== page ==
Coaches Named for East-West Shrine Game in St. Pete
The game, which benefits the Shriners Hospital for Children, will be at Tropicana Field on Saturday (Jan. 21).
ST. PETERSBURG – Coaches for the 2017 East-West Shrine Game have been chosen: Arizona Cardinals defensive line coach Brentson Buckner will head the East squad; Minnesota Vikings defensive coordinator George Edwards will call plays for the West.
The game, which benefits Shriners Hospitals for Children, is set for Saturday (Jan. 21) at Tropicana Field and will feature many of the nation’s top football players from this past college season.
Buckner just concluded his fourth season as an NFL coach, having joined the Cardinal’s staff in early 2013. Like the young men he will guide in the all-star game, Buckner was a college football stand-out, earning All-American honors as a defensive tackle at Clemson University (1990 – 93). A three-year starter, he left the school with a record of 22 sacks and 46 tackles for a loss. He was a second-round draft pick by the Pittsburgh Steelers in 1994.
Buckner played three years for the Steelers, including a Super Bowl appearance in 1995. He went to the Cincinnati Bengals for a year, before signing with the San Francisco 49ers where he played three seasons. Buckner joined the Carolina Panthers in 2001 and ended his playing career there after five seasons, once again reaching the Super Bowl in 2004.
After retiring as a player, Buckner took up coaching at the high school level in Charlotte, NC, before transitioning to the NFL as a member of the Steelers training camp staff (2010 – 2012). Now the Cardinals’ defensive line coach, Buckner has made an immediate impact. In his first year with the team, the Cardinals had the NFL’s sixth-ranked defense overall and the league’s top run defense (84.4 yards per game). This past season, the Cardinal’s gave up the second fewest yards of any team in the NFL.
Compared with his Shrine Game counterpart, Edwards has had a long coaching career. This year, he finished his 19th season tutoring an NFL defense—the last three as the Vikings’ defensive coordinator. In addition to Minnesota, Edwards was also a defensive coordinator for the Washington Redskins (2003) and the Buffalo Bills (2010 – 11). Additional NFL coaching experience includes the Dallas Cowboys (linebackers 1998 – 2001), Washington Redskins (linebackers, assistant DC, 2002), Cleveland Browns (linebackers 2004), and Miami Dolphins (linebackers, 2005 – 09).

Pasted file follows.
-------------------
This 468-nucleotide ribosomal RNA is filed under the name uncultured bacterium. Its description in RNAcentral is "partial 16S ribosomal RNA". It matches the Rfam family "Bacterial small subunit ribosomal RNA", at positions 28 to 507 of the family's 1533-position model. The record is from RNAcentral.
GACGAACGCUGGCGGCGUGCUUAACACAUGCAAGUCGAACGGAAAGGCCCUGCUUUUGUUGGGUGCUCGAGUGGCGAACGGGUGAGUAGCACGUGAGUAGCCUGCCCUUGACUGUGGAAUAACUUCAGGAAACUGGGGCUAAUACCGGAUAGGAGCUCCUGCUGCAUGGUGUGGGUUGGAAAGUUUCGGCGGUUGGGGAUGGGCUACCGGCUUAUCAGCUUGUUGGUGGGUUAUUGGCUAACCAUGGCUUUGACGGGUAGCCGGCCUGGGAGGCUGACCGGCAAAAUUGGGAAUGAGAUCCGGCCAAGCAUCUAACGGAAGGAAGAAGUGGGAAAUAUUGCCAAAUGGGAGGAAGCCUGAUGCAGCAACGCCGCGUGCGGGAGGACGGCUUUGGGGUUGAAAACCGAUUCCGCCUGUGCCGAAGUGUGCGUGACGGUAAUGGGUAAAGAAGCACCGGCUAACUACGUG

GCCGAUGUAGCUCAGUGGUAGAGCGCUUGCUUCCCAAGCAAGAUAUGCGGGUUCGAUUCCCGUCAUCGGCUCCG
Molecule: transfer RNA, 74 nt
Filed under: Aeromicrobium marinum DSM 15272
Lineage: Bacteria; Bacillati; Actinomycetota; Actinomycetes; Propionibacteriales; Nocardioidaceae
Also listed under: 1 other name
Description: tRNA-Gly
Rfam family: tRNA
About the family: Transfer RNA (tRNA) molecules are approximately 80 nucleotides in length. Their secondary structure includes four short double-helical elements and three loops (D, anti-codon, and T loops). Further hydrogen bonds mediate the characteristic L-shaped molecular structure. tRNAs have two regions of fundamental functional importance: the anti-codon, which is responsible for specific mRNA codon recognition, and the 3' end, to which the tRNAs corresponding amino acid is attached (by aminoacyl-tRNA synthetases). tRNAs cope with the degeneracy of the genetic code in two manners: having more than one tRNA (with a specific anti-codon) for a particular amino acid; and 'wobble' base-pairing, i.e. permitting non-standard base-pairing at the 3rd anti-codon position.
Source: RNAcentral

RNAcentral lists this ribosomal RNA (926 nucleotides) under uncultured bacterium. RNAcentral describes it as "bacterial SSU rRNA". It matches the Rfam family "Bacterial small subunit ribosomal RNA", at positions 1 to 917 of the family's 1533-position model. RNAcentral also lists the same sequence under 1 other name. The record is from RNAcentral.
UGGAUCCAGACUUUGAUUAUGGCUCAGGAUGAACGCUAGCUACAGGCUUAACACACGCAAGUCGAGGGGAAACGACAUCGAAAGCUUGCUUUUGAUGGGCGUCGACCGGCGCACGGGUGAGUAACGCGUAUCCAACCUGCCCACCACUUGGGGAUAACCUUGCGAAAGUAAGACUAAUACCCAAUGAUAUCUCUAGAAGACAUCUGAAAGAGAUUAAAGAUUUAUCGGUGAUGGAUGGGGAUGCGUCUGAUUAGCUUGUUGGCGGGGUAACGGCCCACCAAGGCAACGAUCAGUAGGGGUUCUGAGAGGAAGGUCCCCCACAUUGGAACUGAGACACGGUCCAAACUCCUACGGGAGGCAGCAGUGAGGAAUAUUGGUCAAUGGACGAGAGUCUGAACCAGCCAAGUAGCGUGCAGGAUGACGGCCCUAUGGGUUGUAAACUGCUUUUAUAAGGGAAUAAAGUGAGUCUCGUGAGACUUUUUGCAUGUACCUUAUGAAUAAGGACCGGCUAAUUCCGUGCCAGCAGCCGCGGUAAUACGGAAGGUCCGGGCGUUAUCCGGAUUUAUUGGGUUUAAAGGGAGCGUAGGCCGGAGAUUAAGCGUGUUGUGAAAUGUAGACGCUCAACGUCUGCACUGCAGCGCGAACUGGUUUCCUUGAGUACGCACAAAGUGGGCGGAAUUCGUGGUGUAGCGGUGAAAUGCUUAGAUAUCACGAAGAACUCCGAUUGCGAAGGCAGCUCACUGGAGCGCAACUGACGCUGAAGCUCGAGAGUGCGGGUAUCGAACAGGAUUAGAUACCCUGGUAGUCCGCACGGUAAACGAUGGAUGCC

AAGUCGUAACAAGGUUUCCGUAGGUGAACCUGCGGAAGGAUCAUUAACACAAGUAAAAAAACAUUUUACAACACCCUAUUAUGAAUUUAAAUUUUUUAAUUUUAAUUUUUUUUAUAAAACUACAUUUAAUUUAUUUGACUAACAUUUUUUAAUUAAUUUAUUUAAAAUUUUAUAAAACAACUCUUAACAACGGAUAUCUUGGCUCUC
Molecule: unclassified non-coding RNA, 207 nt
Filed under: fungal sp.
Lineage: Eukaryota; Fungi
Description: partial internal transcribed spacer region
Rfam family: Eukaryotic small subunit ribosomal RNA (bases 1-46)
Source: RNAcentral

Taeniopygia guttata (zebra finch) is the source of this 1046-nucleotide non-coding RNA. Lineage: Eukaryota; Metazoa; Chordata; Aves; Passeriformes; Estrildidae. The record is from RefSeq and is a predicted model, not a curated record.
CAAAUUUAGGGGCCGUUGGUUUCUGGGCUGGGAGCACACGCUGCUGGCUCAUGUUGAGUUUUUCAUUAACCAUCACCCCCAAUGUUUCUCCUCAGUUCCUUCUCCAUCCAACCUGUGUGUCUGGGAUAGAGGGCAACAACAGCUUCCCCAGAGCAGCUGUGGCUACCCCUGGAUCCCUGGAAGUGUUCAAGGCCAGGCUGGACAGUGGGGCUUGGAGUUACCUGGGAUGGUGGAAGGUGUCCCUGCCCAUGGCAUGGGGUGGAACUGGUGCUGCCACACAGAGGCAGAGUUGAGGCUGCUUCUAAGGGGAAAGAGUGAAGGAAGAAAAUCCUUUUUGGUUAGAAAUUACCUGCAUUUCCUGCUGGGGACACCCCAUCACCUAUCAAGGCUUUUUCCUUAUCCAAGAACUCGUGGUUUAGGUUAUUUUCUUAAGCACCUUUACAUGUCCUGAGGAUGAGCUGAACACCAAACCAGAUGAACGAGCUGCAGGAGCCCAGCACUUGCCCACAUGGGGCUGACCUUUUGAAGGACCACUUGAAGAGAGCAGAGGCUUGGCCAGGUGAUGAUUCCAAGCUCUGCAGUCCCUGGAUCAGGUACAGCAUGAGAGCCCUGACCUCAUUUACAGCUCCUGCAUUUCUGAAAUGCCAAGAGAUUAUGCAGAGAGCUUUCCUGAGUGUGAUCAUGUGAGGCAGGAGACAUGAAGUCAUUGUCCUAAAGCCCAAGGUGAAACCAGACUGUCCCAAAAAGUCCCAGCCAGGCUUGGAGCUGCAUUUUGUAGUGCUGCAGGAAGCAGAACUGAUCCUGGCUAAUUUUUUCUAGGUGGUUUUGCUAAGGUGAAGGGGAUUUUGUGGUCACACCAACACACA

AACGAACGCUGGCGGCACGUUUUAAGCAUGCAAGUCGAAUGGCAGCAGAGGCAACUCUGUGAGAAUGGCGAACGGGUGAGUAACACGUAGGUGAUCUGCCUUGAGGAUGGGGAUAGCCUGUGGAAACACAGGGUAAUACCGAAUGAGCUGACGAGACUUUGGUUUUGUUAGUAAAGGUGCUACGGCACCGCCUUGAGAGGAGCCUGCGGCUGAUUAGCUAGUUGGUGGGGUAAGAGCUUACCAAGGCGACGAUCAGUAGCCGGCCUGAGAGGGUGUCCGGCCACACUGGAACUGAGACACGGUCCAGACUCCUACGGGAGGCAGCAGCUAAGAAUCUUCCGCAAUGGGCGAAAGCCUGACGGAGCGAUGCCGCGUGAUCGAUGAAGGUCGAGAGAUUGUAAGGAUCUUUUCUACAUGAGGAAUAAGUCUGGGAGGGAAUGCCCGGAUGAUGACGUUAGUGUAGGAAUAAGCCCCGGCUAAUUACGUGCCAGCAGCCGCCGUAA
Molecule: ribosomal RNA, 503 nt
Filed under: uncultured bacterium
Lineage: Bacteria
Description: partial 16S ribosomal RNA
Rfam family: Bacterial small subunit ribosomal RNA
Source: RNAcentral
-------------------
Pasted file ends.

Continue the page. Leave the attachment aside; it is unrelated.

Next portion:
Edwards, who lettered all four years playing linebacker at Duke University in the late 1980s, has also coached at the college level. His first assignment was as an assistant at Florida in 1991, followed by Appalachian State (1992 – 95) and Duke (1996). He was the defensive line coach for the Georgia Bulldogs in in 1997 and he took a year off from the NFL in 2010 to serve as defensive coordinator for the Florida Gators.
When Edwards came to the Vikings, he inherited a team that was giving up more points per game than any other team in the NFL and surrendering the second most yards per game. A year later, the Vikings had the league’s most improved defense, allowing 7.1 fewer points per game. During his tenure, Minnesota’s defense has made steady improvement and only two teams – Buckner’s Cardinals and the Houston Texans gave up fewer yards per game in 2016.
Edwards is also recognized for his ability to get maximum production out of young players—something that will no doubt come into play as he directs his West Shrine Game squad.
“It’s a great honor. I really appreciate the opportunity to help prepare these prospects for the NFL draft. A lot of them have probably dreamed their whole life about playing in the NFL,” Edwards said.
The Vikings’ coach is especially looking forward to introducing the players to processes, techniques and even some fundamentals of NFL football, that they have not encountered before.
For his part, Buckner said, “I feel like it’s a great opportunity to coach future greats of the NFL.”
As a former player, he understands the importance of all-star games to young players who hope to “play on Sundays.” Buckner noted that for many of these players—especially those from smaller schools—the Shrine Game is a special opportunity to showcase their ball skills against elite talent.
“Hopefully, we (the coaching staff) will have a chance to get them a step closer to realizing their dreams,” Buckner said.
As the game is dedicated to supporting Shriners Hospitals for Children, Buckner said, “it’s a blessing to be a part of this and to help raise awareness of very important work.”
That was a sentiment that Edwards shared, saying, “There’s no doubt about it, there couldn’t be a better cause. What Shriners does in helping young kids overcome challenges is so important and I’m very proud to contribute.”
For information about the East-West Shrine game, go to shrinegame.com.
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